JavaScript Prototype Chain: Short And Simple Guide

JavaScript Prototype Chain: Short And Simple Guide
Photo by Aida L / Unsplash

Before I begin, let me give a warning. This article is for those who want to understand how the prototype chain in JavaScript works.

It's going to be tough for some of you and it may seem not very clear on first read. You may have to re-read this a few times to understand it.

But it's gonna be worth it. The question about the prototype chain is asked pretty often in technical interviews.

You probably already know that arrays and functions are just objects in JavaScript. This is crucial to understanding the prototype chain.JavaScript uses something called prototypal inheritance. You see these arrows here:

They're prototypal inheritance. And what does that mean?

Inheritance is basically an object getting access to the properties and methods of another object.

So, everything is an object in JavaScript. Array gets access to the properties and methods of the object. Same with functions. Through this chain we call the prototype chain, functions get access to the methods and properties of objects.

Now let's take a look at this:

First, we have an empty array called "food".

Next, we access this weird property called "__proto__". It is written with 2 underscores before and after the word proto. We can see in the console, this weird property is an array of functions:

  • constructor,
  • at,
  • concat,
  • copyWithin,
  • fill,
  • push, etc.

Those are all methods that the array type of data gets by default.

So what we did here with this is getting up in the prototype chain. And getting into the Array prototype (notice the image and capital A). Since the Array is the "parent" of our "food" array we get all these methods inherited from.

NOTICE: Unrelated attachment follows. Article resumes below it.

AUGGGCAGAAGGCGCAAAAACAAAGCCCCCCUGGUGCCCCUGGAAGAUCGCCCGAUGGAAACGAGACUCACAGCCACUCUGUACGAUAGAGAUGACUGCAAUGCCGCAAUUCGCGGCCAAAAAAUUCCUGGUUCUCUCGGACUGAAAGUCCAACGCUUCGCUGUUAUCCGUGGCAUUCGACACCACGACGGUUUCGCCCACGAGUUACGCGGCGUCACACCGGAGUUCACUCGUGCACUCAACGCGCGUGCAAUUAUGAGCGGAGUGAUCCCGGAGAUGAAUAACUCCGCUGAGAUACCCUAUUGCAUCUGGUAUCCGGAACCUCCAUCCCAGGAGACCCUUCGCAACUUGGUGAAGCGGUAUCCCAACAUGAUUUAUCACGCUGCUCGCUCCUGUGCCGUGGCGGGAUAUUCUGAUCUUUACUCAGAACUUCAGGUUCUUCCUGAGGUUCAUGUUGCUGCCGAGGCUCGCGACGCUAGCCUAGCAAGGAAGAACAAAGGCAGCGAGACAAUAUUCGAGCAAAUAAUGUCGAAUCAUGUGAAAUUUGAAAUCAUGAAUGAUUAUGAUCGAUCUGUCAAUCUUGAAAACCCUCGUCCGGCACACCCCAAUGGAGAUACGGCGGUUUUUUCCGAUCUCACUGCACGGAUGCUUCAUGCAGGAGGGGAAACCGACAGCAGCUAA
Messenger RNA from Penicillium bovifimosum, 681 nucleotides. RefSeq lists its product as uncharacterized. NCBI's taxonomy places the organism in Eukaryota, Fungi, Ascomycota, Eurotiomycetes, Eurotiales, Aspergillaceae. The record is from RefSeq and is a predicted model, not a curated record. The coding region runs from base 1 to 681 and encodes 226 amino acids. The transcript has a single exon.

Now, onto the next line, where we have this weird "__proto__" syntax 2 times. You might have guessed it right, with that, we go one more level up in the prototype chain. So we access the prototype of the "food" grandparent. And that's Object.

This is the object that everything in JavaScript gets created from. Including functions and arrays.

For example, we have the toString method over here. This means that anything that is a descendant of an Object will get the toString method. So that means that a "food" array has the toString method on it.

You see I get the same result for a function type:

And this is what prototype inheritance is.

As a matter of fact, prototype inheritance is actually quite unique. It's not that common in other popular languages like C# or Java. They use something called classical inheritance while JavaScript uses prototype inheritance.

Even though in JavaScript we do have the class keyword, there are actually no classes in JavaScript. We only have prototype inheritance.

So when you write a class keyword, you are using a function in the background. This is what we call syntactic sugar.

You might ask yourself, where is the end of the prototype chain?

Well, it's easy to find out:

Here we have our "food" object and we go 2 levels up. So the first level is our parent Object type, but if you go higher than that, you get null.

In JavaScript, undefined is often used to indicate a variable or object property has not been initialized or assigned a value. Or when a function doesn't return any value.

Null means there's absolutely nothing there. It represents the intentional absence of any object value.

You probably heard about linked lists, right? You can manifest the prototype chain in your head as a simple linked list:

All nodes are connected with their prototype chain links. The null is just the last node in the linked list of the prototype chain.

Prototype chain in the code

Let's take a look at this code snippet:

const human = {
    name: "Joe",
    canTalk: true,
        return 10;
            console.log(`Hi, my name is ${}!`);

const chimpanzee = {
    name: "Mowgli",
        return 5;

Nothing special there, we have 2 simple objects:

  1. human Joe. He can talk and his intelligence is 10 points. When he talks he says: "Hi, my name is Joe!"
  2. chimpanzee Mowgli. He can't talk and his intelligence is just 5 points.

Now, let's say I want to make Mogwli talk. How can I do that?

Well, I can use a trick with .bind method and "borrow" talk function from a human. Let's try this:

const talkingChimpanzee =;

// prints undefined

Unfortunately, the chimpanzee doesn't have the canTalk property set to true. So even though we borrow the method because we don't have the talking ability.

So what can we do here?

We could add the property, but you can see how it might get more and more complicated here, right? What if we had a big object and we wanted to borrow more than one property/method?